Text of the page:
Hate crimes across the United States rose between 2015 and 2016, marking the first time in over a decade that incidents of such violence increased and adding further proof that the election of President Donald Trump has spurred backlash against marginalized communities.
According to new data the Center for the Study of Hate and Extremism at California State University, San Bernardino provided to HuffPost, hate crimes rose approximately 5 percent last year. The study, from Professor Brian Levin, is seemingly the most comprehensive predictor to date of official FBI hate crime statistics. Composed of two separate data sets, the study looks at hate crimes reported to law enforcement across 31 cities and counties, as well as 13 states. Across those cities and counties, 2,101 hate crimes were reported, with 3,887 reported across states.
That’s a dramatic rise, Levin told HuffPost.
“If these moderate overall increases of 5 percent hold nationally for 2016, this will be the first time since 2004 that the nation has experienced consecutive annual increases in hate crime,” he said.
According to the study, of the five largest cities in the United States, only Houston (the nation’s most diverse city) avoided a double digit increase in violence directed at minorities in 2016. Washington, D.C. saw a staggering 62 percent rise, while Philadelphia topped out at 50 percent. Numbers were also high in New York City (24 percent), Chicago (20 percent), and Los Angeles (15 percent), pointing at a disconcerting uptick in hate crimes.
The study estimates approximately 6,069 to 6,245 hate crimes will be listed in the FBI’s 2016 Unified Crime Report — the most since 2012. And while Levin’s study relies on data from law enforcement (which fails to reflect unreported incidents), the numbers seem to corroborate tracking carried out by numerous publications and organizations in the time following Trump’s rise and into his presidency.
Hate tracking conducted by ThinkProgress from November 2016 to February 2017 found a staggering uptick in violence directed at Black and Latinx communities, as well as Jews, Muslims, queer people, gender minorities, and immigrants. While our bar for inclusion was high (actions had to be taken against specific individuals or communities, and corroborated by ThinkProgress, rather than, for example, reports of graffiti), we documented approximately 261 incidents of hate in that short period of time. (Similar investigations by organizations like the Southern Poverty Law Center yielded far higher numbers.)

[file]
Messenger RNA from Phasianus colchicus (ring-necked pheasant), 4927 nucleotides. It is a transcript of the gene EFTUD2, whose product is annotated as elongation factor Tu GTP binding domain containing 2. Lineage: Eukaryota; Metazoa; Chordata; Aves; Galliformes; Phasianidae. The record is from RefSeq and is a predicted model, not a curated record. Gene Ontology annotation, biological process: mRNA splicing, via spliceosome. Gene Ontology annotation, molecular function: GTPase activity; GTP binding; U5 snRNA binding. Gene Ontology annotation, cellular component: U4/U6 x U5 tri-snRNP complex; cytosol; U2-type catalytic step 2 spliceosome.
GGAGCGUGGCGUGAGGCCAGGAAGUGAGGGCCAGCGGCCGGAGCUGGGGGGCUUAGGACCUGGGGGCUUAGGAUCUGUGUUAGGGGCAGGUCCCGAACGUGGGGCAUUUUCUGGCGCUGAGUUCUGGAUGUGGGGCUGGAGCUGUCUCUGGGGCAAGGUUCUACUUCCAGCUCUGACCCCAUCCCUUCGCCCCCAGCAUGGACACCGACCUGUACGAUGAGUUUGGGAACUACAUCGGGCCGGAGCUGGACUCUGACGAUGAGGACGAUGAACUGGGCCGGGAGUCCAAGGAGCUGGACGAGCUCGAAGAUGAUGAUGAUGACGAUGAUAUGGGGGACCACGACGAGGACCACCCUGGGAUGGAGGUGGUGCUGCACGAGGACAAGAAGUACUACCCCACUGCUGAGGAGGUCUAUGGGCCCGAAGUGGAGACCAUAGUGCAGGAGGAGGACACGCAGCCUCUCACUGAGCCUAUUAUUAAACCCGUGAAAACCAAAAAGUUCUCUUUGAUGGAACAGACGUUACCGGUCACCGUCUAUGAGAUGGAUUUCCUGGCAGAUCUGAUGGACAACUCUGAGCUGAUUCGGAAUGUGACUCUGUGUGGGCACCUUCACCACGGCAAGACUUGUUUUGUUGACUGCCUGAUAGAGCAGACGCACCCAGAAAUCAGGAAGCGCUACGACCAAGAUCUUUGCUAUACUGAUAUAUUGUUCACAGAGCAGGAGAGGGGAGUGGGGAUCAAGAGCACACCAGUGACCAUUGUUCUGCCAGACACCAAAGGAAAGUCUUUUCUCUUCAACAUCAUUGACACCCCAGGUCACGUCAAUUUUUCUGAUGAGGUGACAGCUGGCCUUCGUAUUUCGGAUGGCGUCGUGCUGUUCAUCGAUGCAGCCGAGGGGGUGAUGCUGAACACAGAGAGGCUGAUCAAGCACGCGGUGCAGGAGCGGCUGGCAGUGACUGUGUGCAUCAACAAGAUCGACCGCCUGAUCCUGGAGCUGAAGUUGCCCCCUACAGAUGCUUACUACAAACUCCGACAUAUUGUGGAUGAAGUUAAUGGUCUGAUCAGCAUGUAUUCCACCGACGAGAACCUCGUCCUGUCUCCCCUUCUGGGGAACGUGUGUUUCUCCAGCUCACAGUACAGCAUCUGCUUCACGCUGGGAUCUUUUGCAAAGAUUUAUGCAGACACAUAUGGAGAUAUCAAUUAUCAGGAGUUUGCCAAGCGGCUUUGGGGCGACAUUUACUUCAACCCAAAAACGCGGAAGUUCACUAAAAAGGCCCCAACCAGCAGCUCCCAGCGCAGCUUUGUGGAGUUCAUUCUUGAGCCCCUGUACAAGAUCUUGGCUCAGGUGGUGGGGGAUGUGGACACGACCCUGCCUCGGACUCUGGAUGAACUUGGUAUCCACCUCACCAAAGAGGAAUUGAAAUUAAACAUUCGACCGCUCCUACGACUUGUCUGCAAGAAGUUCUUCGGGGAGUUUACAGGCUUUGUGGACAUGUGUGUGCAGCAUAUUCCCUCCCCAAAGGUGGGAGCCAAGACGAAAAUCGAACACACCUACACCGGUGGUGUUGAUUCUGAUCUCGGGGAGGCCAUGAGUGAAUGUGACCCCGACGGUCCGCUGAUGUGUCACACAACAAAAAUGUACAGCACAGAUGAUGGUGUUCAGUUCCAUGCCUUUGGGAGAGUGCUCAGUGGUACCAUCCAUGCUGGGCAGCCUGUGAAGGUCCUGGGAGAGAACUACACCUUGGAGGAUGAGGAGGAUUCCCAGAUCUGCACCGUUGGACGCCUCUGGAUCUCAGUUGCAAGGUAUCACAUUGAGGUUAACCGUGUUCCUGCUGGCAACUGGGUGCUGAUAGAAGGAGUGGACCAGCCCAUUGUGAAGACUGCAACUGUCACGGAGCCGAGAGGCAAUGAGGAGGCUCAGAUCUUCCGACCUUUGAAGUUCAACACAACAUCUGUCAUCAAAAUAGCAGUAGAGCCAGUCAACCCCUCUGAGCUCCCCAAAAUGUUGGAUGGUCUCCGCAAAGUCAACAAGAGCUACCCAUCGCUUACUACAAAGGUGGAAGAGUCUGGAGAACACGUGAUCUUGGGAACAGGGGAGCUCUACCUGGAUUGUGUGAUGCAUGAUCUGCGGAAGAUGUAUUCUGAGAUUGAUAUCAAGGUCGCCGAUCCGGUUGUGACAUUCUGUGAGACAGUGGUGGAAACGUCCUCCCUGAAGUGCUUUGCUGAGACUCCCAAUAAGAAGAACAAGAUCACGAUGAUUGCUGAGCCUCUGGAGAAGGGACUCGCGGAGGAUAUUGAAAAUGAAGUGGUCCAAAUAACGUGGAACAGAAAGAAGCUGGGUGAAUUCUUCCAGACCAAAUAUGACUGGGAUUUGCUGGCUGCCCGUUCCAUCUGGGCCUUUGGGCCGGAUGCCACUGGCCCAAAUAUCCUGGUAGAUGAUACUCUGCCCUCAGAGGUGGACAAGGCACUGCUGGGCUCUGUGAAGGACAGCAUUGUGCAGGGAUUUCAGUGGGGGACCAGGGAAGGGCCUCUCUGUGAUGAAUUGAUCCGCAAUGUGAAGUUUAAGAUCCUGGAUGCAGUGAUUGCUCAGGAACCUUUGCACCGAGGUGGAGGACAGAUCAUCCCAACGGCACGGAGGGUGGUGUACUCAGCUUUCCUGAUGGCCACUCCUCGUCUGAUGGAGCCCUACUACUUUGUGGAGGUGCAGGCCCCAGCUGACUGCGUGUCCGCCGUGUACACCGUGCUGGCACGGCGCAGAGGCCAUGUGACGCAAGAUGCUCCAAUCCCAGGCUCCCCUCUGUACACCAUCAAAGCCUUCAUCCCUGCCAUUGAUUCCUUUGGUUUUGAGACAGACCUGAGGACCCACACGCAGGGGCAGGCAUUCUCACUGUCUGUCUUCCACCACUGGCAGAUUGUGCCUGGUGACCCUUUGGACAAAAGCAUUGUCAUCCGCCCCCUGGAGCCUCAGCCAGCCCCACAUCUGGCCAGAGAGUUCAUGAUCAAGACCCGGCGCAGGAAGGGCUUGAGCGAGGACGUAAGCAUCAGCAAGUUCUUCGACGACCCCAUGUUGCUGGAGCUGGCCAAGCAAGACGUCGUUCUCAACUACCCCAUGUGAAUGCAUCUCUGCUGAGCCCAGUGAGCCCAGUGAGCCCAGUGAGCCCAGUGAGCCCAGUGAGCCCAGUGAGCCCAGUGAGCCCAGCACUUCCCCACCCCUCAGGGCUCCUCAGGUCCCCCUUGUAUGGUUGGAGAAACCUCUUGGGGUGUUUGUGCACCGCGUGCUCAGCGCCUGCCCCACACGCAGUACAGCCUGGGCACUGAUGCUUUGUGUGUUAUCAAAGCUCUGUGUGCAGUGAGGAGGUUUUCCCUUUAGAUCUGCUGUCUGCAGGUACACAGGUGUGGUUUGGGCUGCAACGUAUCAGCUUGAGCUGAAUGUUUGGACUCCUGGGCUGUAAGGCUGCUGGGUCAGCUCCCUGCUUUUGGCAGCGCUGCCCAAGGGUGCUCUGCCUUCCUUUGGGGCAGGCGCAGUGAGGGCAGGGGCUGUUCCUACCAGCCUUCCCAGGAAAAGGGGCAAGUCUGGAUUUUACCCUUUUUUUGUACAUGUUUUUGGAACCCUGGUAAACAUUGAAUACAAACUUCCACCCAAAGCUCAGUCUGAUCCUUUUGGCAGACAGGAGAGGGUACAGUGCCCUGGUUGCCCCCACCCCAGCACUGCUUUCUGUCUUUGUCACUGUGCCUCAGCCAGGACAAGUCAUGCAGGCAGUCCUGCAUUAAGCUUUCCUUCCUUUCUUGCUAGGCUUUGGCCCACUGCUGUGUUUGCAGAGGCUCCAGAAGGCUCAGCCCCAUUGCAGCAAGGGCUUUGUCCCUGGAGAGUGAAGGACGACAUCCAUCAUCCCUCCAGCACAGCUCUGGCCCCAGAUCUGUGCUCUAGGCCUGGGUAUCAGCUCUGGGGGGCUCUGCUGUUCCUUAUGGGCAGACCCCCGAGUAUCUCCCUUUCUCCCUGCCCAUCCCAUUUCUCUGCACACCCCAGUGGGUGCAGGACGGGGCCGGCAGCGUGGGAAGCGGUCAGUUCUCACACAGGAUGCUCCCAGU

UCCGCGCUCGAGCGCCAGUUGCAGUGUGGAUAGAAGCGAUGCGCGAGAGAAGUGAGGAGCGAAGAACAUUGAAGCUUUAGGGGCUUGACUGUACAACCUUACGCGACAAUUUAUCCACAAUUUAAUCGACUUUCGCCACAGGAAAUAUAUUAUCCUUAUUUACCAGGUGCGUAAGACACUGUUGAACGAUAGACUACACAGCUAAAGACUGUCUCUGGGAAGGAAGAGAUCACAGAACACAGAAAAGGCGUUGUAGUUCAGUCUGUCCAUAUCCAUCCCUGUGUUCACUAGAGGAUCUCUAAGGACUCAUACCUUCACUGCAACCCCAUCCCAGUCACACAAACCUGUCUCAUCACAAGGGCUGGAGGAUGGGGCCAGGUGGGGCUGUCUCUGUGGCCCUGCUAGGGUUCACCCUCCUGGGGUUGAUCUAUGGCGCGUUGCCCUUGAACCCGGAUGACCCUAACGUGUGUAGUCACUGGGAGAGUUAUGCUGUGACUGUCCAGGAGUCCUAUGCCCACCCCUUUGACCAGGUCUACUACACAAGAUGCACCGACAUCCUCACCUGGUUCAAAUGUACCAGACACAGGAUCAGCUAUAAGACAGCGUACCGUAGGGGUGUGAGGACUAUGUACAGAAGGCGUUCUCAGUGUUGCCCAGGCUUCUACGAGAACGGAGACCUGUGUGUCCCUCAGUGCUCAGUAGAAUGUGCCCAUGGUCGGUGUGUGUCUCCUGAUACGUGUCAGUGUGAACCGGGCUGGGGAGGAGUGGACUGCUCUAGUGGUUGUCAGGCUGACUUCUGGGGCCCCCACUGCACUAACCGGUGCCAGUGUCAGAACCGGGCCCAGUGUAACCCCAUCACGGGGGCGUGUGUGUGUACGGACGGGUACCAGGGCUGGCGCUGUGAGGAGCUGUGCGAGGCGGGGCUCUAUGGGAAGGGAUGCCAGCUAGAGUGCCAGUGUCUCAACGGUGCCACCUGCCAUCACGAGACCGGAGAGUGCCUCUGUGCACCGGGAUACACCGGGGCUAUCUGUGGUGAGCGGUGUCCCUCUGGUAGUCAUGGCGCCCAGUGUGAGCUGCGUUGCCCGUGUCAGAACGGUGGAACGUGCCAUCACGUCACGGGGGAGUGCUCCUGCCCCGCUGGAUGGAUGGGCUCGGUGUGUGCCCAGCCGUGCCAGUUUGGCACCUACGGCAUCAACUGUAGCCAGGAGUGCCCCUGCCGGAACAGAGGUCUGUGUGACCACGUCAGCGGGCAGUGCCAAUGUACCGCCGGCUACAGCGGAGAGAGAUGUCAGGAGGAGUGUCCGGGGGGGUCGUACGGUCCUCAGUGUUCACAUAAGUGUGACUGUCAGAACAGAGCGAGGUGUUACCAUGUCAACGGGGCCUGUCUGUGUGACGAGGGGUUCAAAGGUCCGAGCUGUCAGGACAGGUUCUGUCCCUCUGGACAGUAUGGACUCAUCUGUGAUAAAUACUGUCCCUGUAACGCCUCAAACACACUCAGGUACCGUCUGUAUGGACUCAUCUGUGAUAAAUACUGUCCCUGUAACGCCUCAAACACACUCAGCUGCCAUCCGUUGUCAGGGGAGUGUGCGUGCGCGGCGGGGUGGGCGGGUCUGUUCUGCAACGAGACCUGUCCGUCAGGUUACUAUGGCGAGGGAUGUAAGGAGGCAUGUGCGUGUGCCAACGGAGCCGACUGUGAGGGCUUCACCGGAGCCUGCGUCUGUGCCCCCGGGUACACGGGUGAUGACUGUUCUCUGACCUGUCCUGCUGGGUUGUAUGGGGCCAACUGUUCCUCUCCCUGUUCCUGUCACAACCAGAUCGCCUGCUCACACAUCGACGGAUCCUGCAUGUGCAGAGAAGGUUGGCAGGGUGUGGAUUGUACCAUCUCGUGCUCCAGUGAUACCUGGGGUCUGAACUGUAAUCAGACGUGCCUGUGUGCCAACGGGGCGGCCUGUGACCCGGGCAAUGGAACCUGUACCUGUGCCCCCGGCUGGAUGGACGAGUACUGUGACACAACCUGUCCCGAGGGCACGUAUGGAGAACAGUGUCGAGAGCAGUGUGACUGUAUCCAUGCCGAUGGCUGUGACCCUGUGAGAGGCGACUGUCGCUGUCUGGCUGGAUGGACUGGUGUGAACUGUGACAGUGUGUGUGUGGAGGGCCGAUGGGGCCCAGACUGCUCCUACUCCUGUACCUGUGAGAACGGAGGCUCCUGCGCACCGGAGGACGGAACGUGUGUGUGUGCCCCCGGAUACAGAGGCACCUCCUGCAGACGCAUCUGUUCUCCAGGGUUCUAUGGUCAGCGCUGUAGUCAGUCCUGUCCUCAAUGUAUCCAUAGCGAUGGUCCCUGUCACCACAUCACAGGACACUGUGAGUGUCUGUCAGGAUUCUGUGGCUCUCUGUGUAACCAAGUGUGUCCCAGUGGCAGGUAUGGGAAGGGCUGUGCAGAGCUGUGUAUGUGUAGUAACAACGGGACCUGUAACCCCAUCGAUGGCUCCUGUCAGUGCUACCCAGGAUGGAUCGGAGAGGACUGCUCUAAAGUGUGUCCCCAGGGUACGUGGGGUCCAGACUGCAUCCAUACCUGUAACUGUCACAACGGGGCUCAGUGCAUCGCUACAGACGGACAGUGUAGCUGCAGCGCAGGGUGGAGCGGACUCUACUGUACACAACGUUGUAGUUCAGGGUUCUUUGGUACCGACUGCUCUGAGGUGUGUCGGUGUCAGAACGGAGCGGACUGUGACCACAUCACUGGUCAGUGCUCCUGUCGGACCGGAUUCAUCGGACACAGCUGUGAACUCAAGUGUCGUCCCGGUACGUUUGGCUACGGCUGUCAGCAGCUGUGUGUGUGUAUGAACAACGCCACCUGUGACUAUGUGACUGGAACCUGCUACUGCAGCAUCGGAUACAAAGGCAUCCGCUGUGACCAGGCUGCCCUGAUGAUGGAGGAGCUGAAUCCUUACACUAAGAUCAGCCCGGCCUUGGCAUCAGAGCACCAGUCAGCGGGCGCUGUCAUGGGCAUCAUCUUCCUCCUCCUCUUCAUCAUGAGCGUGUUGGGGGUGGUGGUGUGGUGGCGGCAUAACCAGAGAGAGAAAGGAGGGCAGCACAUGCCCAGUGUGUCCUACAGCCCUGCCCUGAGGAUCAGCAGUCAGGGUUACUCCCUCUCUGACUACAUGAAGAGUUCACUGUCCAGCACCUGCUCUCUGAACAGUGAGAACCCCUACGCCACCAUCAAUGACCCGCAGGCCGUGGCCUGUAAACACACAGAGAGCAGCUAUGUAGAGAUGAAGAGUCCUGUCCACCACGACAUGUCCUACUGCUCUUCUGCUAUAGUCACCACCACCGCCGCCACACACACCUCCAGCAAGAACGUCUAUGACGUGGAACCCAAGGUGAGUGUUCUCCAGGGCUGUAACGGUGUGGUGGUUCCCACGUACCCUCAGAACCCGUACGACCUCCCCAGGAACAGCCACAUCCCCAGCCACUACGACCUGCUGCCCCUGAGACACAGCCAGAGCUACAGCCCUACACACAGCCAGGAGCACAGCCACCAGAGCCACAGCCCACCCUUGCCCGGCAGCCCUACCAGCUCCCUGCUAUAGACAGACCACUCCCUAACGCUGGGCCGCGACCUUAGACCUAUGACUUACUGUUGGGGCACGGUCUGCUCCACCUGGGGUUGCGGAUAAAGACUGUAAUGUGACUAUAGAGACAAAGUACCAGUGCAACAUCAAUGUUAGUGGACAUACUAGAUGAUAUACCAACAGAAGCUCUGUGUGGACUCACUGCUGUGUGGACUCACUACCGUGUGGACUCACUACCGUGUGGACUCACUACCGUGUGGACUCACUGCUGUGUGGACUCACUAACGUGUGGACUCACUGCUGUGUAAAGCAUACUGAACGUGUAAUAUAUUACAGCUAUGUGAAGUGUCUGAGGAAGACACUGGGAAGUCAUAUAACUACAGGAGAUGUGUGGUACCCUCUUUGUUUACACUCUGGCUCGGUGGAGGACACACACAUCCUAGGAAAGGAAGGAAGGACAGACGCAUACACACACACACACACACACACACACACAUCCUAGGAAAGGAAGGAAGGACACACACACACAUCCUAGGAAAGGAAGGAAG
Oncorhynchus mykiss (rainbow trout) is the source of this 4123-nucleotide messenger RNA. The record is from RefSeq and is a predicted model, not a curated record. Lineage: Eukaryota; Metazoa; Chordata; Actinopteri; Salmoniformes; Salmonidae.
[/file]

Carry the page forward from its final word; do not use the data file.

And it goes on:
Much of the rise in violence has been directly linked to Trump, who ran on a campaign targeting Latinx and Muslim communities, as well as an “America First” approach popular with white nationalists. Trump’s Islamophobia has been especially well-documented, as well as his silence on hate crimes targeting Muslims. In May, the president waited several days to condemn the murder of two men in Portland, Oregon, who died after attempting to help two women targeted by a white man screaming slurs. He later remained silent following the August bombing of a mosque in Minnesota.
Muslims aren’t the only ones who have suffered because of Trump’s Islamophobia. As ThinkProgress reported in April, an uptick in violence against people perceived as Muslim has severely impacted South Asians in the United States, regardless of faith. Other communities are also facing an onslaught of hate. While the transgender community has always occupied a precarious space, hate crimes against trans women in particular have been reported in large numbers across the country — 20 trans people have been killed in 2017 already, many of them Black trans women. Jews are also growing increasingly concerned; 2016 marked a sharp rise in anti-Semitic attacks, and 2017 is on track to be even worse, something Trump has downplayed.
Levin’s study is only the latest to link such trends to Trump, with an emphasis on the time immediately surrounding his election.
“What is so unusual about 2016 ― with the exception of the Midwest ― and particularly among the largest jurisdictions with the best data, was a clear and dramatic spike for the election period that was unlike anything I can recall in my professional career,” Levin said.
He noted that key factors driving the spike in hate crimes include “particularly sharp and widespread bigotry against particular communities like [transgender people] and Muslims” in addition to the “emboldenment and mainstreaming of white nationalism” that has come in the time since Trump’s rise. Levin also pointed to policy decisions, like the Muslim ban, which targets citizens from six majority Muslim countries and all refugees, as another factor driving element in the uptick.
While 2016 saw a sharp rise in hate, Levin also cautioned that 2017 is on track to be as bad — if not worse. At least 526 hate crimes have been reported in the six largest U.S. cities this year, a 22 percent rise from 2016. Crimes targeting Jews, Muslims, and Black communities have spurred a 28 percent increase in New York City alone, Levin’s research indicated.